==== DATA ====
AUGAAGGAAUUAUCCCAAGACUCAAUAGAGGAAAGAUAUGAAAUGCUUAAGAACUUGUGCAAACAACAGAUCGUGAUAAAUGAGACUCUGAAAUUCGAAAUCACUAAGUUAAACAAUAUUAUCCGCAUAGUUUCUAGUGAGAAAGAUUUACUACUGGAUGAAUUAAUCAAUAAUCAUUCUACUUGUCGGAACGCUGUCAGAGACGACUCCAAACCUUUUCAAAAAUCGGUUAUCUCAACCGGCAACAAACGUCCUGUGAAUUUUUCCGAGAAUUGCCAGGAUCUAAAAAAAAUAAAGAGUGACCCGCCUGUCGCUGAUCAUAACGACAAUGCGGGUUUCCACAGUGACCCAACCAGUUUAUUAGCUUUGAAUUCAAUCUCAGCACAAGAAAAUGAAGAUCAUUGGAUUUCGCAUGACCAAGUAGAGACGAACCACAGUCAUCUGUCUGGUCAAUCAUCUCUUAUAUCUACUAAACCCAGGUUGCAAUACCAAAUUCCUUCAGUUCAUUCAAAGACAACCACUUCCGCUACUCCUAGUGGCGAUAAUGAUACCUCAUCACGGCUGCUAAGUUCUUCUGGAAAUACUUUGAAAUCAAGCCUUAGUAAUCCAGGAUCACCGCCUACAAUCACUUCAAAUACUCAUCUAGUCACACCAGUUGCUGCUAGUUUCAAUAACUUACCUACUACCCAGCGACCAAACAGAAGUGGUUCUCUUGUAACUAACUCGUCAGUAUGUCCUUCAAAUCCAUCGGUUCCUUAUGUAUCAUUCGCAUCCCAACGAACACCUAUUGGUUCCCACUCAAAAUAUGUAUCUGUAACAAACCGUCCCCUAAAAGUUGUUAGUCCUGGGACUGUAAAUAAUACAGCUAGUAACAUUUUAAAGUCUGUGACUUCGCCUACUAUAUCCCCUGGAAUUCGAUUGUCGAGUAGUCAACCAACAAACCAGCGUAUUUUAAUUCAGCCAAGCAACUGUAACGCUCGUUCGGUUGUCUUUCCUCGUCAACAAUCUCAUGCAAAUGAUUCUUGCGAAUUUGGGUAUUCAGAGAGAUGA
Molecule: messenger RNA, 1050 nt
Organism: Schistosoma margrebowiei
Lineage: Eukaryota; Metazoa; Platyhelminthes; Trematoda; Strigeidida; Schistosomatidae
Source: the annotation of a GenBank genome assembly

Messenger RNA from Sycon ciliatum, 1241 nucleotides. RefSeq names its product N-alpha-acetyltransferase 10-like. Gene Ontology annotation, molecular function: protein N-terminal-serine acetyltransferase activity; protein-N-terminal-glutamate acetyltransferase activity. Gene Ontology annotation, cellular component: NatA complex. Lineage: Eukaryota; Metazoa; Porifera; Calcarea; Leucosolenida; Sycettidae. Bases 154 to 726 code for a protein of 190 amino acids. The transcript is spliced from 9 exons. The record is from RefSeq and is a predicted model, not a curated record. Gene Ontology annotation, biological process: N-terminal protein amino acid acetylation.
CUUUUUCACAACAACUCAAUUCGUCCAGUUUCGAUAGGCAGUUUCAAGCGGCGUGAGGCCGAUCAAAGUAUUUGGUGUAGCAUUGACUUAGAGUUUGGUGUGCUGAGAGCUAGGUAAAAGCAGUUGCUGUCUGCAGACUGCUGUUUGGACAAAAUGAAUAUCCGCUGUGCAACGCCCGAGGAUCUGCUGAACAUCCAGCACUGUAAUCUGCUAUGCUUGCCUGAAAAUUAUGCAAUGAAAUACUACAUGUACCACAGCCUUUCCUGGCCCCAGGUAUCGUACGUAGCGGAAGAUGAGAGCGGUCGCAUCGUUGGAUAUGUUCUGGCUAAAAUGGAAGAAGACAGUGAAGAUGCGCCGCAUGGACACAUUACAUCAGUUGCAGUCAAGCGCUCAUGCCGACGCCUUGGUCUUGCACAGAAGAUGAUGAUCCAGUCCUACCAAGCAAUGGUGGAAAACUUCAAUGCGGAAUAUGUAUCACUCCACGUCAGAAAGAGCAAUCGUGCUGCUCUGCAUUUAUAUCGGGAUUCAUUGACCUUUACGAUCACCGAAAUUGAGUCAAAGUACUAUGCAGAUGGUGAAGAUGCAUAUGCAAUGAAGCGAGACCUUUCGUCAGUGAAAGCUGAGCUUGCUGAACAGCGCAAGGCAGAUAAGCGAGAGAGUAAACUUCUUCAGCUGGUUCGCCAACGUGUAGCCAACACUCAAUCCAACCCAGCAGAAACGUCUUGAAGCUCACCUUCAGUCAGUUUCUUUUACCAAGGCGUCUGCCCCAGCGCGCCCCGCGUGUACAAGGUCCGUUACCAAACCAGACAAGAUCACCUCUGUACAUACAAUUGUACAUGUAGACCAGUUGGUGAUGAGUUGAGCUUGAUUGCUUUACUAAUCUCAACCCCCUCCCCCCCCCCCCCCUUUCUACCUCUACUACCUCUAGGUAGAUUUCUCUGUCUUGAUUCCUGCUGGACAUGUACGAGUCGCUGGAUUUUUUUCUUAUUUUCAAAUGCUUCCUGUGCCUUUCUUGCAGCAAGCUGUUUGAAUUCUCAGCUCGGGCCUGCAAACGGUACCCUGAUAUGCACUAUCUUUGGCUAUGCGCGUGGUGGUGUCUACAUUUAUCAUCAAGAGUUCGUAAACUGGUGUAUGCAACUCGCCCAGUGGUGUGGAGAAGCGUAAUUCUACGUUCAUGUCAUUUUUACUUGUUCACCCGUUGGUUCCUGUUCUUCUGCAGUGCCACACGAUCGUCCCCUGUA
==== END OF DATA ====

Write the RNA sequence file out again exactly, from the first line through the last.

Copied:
AUGAAGGAAUUAUCCCAAGACUCAAUAGAGGAAAGAUAUGAAAUGCUUAAGAACUUGUGCAAACAACAGAUCGUGAUAAAUGAGACUCUGAAAUUCGAAAUCACUAAGUUAAACAAUAUUAUCCGCAUAGUUUCUAGUGAGAAAGAUUUACUACUGGAUGAAUUAAUCAAUAAUCAUUCUACUUGUCGGAACGCUGUCAGAGACGACUCCAAACCUUUUCAAAAAUCGGUUAUCUCAACCGGCAACAAACGUCCUGUGAAUUUUUCCGAGAAUUGCCAGGAUCUAAAAAAAAUAAAGAGUGACCCGCCUGUCGCUGAUCAUAACGACAAUGCGGGUUUCCACAGUGACCCAACCAGUUUAUUAGCUUUGAAUUCAAUCUCAGCACAAGAAAAUGAAGAUCAUUGGAUUUCGCAUGACCAAGUAGAGACGAACCACAGUCAUCUGUCUGGUCAAUCAUCUCUUAUAUCUACUAAACCCAGGUUGCAAUACCAAAUUCCUUCAGUUCAUUCAAAGACAACCACUUCCGCUACUCCUAGUGGCGAUAAUGAUACCUCAUCACGGCUGCUAAGUUCUUCUGGAAAUACUUUGAAAUCAAGCCUUAGUAAUCCAGGAUCACCGCCUACAAUCACUUCAAAUACUCAUCUAGUCACACCAGUUGCUGCUAGUUUCAAUAACUUACCUACUACCCAGCGACCAAACAGAAGUGGUUCUCUUGUAACUAACUCGUCAGUAUGUCCUUCAAAUCCAUCGGUUCCUUAUGUAUCAUUCGCAUCCCAACGAACACCUAUUGGUUCCCACUCAAAAUAUGUAUCUGUAACAAACCGUCCCCUAAAAGUUGUUAGUCCUGGGACUGUAAAUAAUACAGCUAGUAACAUUUUAAAGUCUGUGACUUCGCCUACUAUAUCCCCUGGAAUUCGAUUGUCGAGUAGUCAACCAACAAACCAGCGUAUUUUAAUUCAGCCAAGCAACUGUAACGCUCGUUCGGUUGUCUUUCCUCGUCAACAAUCUCAUGCAAAUGAUUCUUGCGAAUUUGGGUAUUCAGAGAGAUGA
Molecule: messenger RNA, 1050 nt
Organism: Schistosoma margrebowiei
Lineage: Eukaryota; Metazoa; Platyhelminthes; Trematoda; Strigeidida; Schistosomatidae
Source: the annotation of a GenBank genome assembly

Messenger RNA from Sycon ciliatum, 1241 nucleotides. RefSeq names its product N-alpha-acetyltransferase 10-like. Gene Ontology annotation, molecular function: protein N-terminal-serine acetyltransferase activity; protein-N-terminal-glutamate acetyltransferase activity. Gene Ontology annotation, cellular component: NatA complex. Lineage: Eukaryota; Metazoa; Porifera; Calcarea; Leucosolenida; Sycettidae. Bases 154 to 726 code for a protein of 190 amino acids. The transcript is spliced from 9 exons. The record is from RefSeq and is a predicted model, not a curated record. Gene Ontology annotation, biological process: N-terminal protein amino acid acetylation.
CUUUUUCACAACAACUCAAUUCGUCCAGUUUCGAUAGGCAGUUUCAAGCGGCGUGAGGCCGAUCAAAGUAUUUGGUGUAGCAUUGACUUAGAGUUUGGUGUGCUGAGAGCUAGGUAAAAGCAGUUGCUGUCUGCAGACUGCUGUUUGGACAAAAUGAAUAUCCGCUGUGCAACGCCCGAGGAUCUGCUGAACAUCCAGCACUGUAAUCUGCUAUGCUUGCCUGAAAAUUAUGCAAUGAAAUACUACAUGUACCACAGCCUUUCCUGGCCCCAGGUAUCGUACGUAGCGGAAGAUGAGAGCGGUCGCAUCGUUGGAUAUGUUCUGGCUAAAAUGGAAGAAGACAGUGAAGAUGCGCCGCAUGGACACAUUACAUCAGUUGCAGUCAAGCGCUCAUGCCGACGCCUUGGUCUUGCACAGAAGAUGAUGAUCCAGUCCUACCAAGCAAUGGUGGAAAACUUCAAUGCGGAAUAUGUAUCACUCCACGUCAGAAAGAGCAAUCGUGCUGCUCUGCAUUUAUAUCGGGAUUCAUUGACCUUUACGAUCACCGAAAUUGAGUCAAAGUACUAUGCAGAUGGUGAAGAUGCAUAUGCAAUGAAGCGAGACCUUUCGUCAGUGAAAGCUGAGCUUGCUGAACAGCGCAAGGCAGAUAAGCGAGAGAGUAAACUUCUUCAGCUGGUUCGCCAACGUGUAGCCAACACUCAAUCCAACCCAGCAGAAACGUCUUGAAGCUCACCUUCAGUCAGUUUCUUUUACCAAGGCGUCUGCCCCAGCGCGCCCCGCGUGUACAAGGUCCGUUACCAAACCAGACAAGAUCACCUCUGUACAUACAAUUGUACAUGUAGACCAGUUGGUGAUGAGUUGAGCUUGAUUGCUUUACUAAUCUCAACCCCCUCCCCCCCCCCCCCCUUUCUACCUCUACUACCUCUAGGUAGAUUUCUCUGUCUUGAUUCCUGCUGGACAUGUACGAGUCGCUGGAUUUUUUUCUUAUUUUCAAAUGCUUCCUGUGCCUUUCUUGCAGCAAGCUGUUUGAAUUCUCAGCUCGGGCCUGCAAACGGUACCCUGAUAUGCACUAUCUUUGGCUAUGCGCGUGGUGGUGUCUACAUUUAUCAUCAAGAGUUCGUAAACUGGUGUAUGCAACUCGCCCAGUGGUGUGGAGAAGCGUAAUUCUACGUUCAUGUCAUUUUUACUUGUUCACCCGUUGGUUCCUGUUCUUCUGCAGUGCCACACGAUCGUCCCCUGUA